‘Peace’ with the Taliban: an open invitation to sheer terror

KABUL (TCA) — By the end of this month a four countries meeting between Afghanistan, Pakistan, China, and United States should take place in Kabul to consider a direct talks with the Taliban about peace. Will this type of “peace” in Afghanistan rehabilitate those malefactors that cause tremendous damage giving them a chance to spread more terror inside the country and beyond?

The proposed “peace initiative” does not include those states of Central Asia that are under direct threat of the Taliban and its allies and does not include at this stage the participation of Taliban representatives. This is probably the most obvious weakness in the peace attempt since not all interested parties have been invited to the negotiation table. The present participants are Afghanistan (naturally), Pakistan and China and the missing ones are the Central Asian countries of Turkmenistan, Uzbekistan, and Tajikistan, all three of which border Afghanistan, and Russia (that has military bases in the region).

The second shortcoming is that none of the parties is able to negotiate from a position of strength. There is a difference in military tradition between a peace request and a peace offer. The former is made by a party which realizes that its position is pretty hopeless, and therefore calls upon its adversary to show mercy in order to avoid more bloodshed and damage. The latter is made with the same overall goal, but by the party that has so much superiority in the field that its adversary has only a choice between mercy and total annihilation.

‘Stave them off’

Today there is a situation in which a deadlock prevails on the ground that neither party can force the other to surrender – the hard way, that is. The situation in Afghanistan witnesses daily bomb attacks by Taliban commandos, aided by Daesh which has its stronghold on the border with Pakistan in the central-east of Afghanistan. Large chunks of territory in various parts of the country are under actual control of the Taliban – with the latest advance located in the central-south. “The Taliban are inching closer to capturing Sangin district as the militants intensify their prolonged assault on government forces in Afghanistan’s pivotal Helmand province. After the insurgents almost overran the district in December, the Afghan army and police sent reinforcements to stave them off…… On Saturday night the Taliban launched a fierce attack on the government buildings, killing nine soldiers, wounding seven and capturing another three,” The Guardian reported on February 7.

Weeks earlier, government troops had to chase combined Taliban and Daesh forces from the town of Darqad, in the district of the same name right on the border with Tajikistan. The town was cleared, but the enemy remained in control of much of the countryside. In late fall 2015, a similar event took pace in the town of Kunduz little further to the west. Both areas border not the unruly eastern part of Tajikistan but its southwest. An incursion from the Afghan strongholds would virtually lay the road to Dushanbe open.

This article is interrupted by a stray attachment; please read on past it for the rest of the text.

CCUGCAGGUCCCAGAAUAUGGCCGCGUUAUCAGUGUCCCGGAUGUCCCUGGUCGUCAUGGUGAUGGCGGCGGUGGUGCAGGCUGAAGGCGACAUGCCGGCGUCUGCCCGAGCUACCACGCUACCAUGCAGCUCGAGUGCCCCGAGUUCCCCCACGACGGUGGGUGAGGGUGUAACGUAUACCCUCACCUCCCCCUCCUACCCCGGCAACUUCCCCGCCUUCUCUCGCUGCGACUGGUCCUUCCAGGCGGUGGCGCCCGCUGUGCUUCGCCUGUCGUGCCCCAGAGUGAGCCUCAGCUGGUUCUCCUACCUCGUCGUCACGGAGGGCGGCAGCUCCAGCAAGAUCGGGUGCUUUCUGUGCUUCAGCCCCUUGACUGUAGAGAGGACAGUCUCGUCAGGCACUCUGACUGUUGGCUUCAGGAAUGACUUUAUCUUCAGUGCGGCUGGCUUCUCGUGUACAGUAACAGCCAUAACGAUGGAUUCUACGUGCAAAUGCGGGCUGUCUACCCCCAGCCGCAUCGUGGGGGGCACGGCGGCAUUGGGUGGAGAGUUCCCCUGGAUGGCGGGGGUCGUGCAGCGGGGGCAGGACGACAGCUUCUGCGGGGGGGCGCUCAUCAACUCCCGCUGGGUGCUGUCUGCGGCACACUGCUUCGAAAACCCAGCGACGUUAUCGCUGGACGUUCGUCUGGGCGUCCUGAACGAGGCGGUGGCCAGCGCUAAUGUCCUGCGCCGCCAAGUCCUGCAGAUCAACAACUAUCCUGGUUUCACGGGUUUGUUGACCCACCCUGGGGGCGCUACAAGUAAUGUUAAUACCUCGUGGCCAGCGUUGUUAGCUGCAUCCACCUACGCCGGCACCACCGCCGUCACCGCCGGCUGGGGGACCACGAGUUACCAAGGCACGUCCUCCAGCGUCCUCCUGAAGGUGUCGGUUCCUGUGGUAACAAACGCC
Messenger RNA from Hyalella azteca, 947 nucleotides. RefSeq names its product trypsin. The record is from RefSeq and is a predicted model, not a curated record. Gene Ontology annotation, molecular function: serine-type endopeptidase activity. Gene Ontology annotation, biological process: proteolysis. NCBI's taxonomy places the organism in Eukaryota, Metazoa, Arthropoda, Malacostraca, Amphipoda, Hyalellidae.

‘A new Taliban’

These fresh events, as well as the ongoing terrorist attacks by the Taliban and its allies, turn the so-called peace initiative into a comedy – ready to turn into a tragedy. “With the death of the elusive Mullah Omar, the myth of the Taliban is believed to be over,” one comment by the Daily Mail’s India edition posted on February 8 reads. “Pakistan is now trying to project Mullah Mansour as a myth, with access to him restricted and his movements shrouded in mystery. His brand within Afghanistan needs to be politically consolidated. […] The Taliban’s international legitimacy has to be built. Pakistan is therefore telling the UN that it must reach out to the Taliban if it wants the group to enter the negotiating process. Already, the UN has been in contact with the Taliban in Qatar three or four times. Pakistan is telling the Central Asian states that now a new Taliban exists and it should be engaged.”

All this belongs to the realm of fantasy. The Taliban always was, still is and always will be a treacherous, murderous gang of rogues – quite like its allies from the Middle East. There is no such thing as a “new Taliban” and the word “legitimacy” here is completely misplaced. When they seized power in Afghanistan, they murdered tens of thousands of Shiite Muslims, Christians, secularists and other people considered hostile, lapidating them, burning them on stakes, cutting them to pieces alive and other sweet extermination methods. What is going on at the instigation of Pakistan, backed by other governments, turns the entire principles of justice and human rights into a joke.

Should it succeed, the region and indeed the world is in for a nightmare. When the Taliban and their allies such as Al-Qaeda and Daesh use an eventual compromise to reinforce their underground network and seize power once more, Afghanistan will enter a horror scenario never seen before with the republics to its north, and indeed the world, undergoing a wave of terror beyond anyone’s imagination and no longer fit to live in.